Radiologically Isolated Syndrome (RIS)
The availability of magnetic resonance imaging (MRI) has led to an increase in the detection of abnormal brain findings even in cases when there are no outward symptoms. When these findings are similar to what is seen in patients with multiple sclerosis (MS), but the patient is not experiencing any of the typical physical or neurological symptoms associated with MS, this is known as radiologically isolated syndrome (RIS).
Although there is a strong association between RIS and MS, being diagnosed with RIS does not mean a patient will always be diagnosed with MS.
MS is a disease of the central nervous system (brain, spinal cord and optic nerve). This disorder causes destruction of the coating (myelin) that surrounds and protects nerve fibers (axons). As a result, the damage disrupts the normal flow of messages (nerve impulses) from the central nervous system (CNS), causing a reduction or loss of body function. In many cases, the nerve fibers (axons) are also destroyed.
Patients with RIS generally do not experience symptoms (asymptomatic).
Causes and Risk Factors
When followed over a two year period, one third of patients with RIS develop a neurological event and are diagnosed with MS, one third develop a new finding on MRI without any symptoms, and one third show no change.
Since the risk of multiple sclerosis is significantly higher when a parent has been diagnosed with the disease, genetic factors may play a role. The unusual relationship between a person's geographic location during childhood and the risk of multiple sclerosis later in life suggests that there may be environmental factors at work in the disease.
Diagnosis of RIS often occurs during diagnosis of another unrelated condition, such as migraine headaches or trauma to the area.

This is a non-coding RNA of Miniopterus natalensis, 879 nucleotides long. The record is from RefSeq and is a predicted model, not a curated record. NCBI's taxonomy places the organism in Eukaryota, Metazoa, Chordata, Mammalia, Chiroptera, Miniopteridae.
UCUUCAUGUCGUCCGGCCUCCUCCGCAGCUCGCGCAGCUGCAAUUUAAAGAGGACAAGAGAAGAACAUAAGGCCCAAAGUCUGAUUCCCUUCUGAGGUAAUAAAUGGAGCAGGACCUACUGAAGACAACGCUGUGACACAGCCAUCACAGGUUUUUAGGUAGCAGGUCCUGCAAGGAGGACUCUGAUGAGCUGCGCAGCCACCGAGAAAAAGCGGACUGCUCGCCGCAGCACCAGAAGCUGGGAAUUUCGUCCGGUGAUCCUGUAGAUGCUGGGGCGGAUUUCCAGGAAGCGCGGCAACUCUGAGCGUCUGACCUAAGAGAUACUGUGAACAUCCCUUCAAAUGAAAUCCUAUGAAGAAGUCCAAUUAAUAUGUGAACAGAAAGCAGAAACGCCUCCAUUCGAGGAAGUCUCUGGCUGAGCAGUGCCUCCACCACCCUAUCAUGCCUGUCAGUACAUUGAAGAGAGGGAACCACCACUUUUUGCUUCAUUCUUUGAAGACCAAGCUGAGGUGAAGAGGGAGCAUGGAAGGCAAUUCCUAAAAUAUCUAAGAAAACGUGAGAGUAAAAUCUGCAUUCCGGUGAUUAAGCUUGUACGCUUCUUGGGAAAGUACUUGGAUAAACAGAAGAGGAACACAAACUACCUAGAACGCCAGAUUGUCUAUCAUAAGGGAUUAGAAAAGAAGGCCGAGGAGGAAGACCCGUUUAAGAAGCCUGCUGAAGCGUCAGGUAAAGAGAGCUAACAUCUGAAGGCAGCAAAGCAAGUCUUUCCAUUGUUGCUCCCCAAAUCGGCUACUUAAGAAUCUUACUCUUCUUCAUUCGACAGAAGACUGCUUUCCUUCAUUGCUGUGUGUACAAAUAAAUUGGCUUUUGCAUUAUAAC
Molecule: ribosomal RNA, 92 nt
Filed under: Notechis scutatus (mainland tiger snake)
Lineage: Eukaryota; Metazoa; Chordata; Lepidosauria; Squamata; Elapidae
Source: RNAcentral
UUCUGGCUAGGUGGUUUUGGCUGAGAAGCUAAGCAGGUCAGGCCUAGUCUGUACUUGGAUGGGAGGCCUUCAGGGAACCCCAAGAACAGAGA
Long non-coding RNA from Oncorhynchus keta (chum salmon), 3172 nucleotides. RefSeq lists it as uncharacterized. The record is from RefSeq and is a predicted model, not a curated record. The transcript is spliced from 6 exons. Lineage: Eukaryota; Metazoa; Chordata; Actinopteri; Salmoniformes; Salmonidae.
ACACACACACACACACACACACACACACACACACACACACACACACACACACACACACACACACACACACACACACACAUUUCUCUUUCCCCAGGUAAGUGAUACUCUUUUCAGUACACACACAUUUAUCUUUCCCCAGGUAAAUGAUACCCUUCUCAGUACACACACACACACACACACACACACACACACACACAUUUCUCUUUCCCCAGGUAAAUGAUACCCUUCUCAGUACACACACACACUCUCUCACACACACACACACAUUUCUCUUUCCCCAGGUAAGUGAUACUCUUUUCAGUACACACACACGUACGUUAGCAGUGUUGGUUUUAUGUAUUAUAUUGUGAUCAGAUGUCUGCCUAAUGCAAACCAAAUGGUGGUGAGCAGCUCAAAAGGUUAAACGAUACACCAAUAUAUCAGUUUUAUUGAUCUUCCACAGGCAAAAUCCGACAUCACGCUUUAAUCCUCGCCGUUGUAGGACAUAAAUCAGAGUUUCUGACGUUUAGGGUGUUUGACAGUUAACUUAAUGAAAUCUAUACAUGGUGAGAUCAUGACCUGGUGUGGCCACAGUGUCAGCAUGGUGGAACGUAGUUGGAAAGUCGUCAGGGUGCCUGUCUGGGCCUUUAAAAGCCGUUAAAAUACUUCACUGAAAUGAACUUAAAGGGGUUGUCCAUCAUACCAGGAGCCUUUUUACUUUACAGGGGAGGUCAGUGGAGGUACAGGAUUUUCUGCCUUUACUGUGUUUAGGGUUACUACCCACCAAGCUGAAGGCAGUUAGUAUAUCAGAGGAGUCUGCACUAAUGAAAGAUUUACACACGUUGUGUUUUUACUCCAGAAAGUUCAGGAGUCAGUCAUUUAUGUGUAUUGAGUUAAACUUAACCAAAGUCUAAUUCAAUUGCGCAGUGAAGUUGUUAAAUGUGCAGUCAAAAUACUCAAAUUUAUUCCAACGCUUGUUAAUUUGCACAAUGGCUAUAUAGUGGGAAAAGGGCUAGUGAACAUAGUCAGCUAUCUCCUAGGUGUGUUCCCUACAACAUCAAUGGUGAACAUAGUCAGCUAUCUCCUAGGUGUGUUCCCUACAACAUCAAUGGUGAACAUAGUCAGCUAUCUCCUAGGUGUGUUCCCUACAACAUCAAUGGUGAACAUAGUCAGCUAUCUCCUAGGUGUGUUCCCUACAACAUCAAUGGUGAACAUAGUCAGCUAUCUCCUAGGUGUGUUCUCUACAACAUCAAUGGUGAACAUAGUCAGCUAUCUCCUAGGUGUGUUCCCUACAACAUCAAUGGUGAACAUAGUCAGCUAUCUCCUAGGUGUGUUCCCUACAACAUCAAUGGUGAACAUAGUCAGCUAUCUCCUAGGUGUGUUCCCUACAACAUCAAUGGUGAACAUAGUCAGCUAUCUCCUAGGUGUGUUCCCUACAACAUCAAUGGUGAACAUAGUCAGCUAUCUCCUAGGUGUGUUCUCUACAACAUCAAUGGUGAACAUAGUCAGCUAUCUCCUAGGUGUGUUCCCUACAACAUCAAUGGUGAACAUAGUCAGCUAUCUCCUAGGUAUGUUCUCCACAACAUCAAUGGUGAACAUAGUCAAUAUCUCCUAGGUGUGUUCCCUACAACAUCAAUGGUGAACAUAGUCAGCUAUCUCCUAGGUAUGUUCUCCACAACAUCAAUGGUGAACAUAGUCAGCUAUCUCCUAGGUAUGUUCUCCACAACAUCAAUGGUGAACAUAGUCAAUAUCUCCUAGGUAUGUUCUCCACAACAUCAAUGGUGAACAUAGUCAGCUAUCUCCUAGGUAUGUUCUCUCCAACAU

After a brain abnormality is observed on an MRI, the physician will typically take a detailed medical history and perform a neurological examination. Because RIS is often asymptomatic, accurately diagnosing the condition can be difficult. Newer imaging methods that allow the medical team to see if blood vessels are running through the lesions, a distinguishing feature of multiple sclerosis, can help in making a more accurate diagnosis.
The patient's medical team may also order a lumbar puncture, also known as a spinal tap, and cerebrospinal fluid analysis, as well as nerve function tests. Blood tests may be performed to rule out other conditions that have similar symptoms.
Patients diagnosed with RIS will have routine checkups to see if their condition is progressing toward multiple sclerosis.
There is no cure for RIS and depending on the patient's history, MRI results and condition, observation may be the only treatment necessary.
If the physician observes changes in the patient's MRIs that more closely resemble multiple sclerosis over time, medications may be used in an effort to slow the progression of the condition and reduce the damage it may cause.
Other medications may address specific symptoms such as:
- Muscle spasms
- Need for frequent urination
- Erectile dysfunction
Choosing the right medication requires careful consideration of the risks and benefits, along with close collaboration with an experienced neurologist with experience in treating the disease, such as those in the Multiple Sclerosis Center at the Cedars-Sinai's Department of Neurology.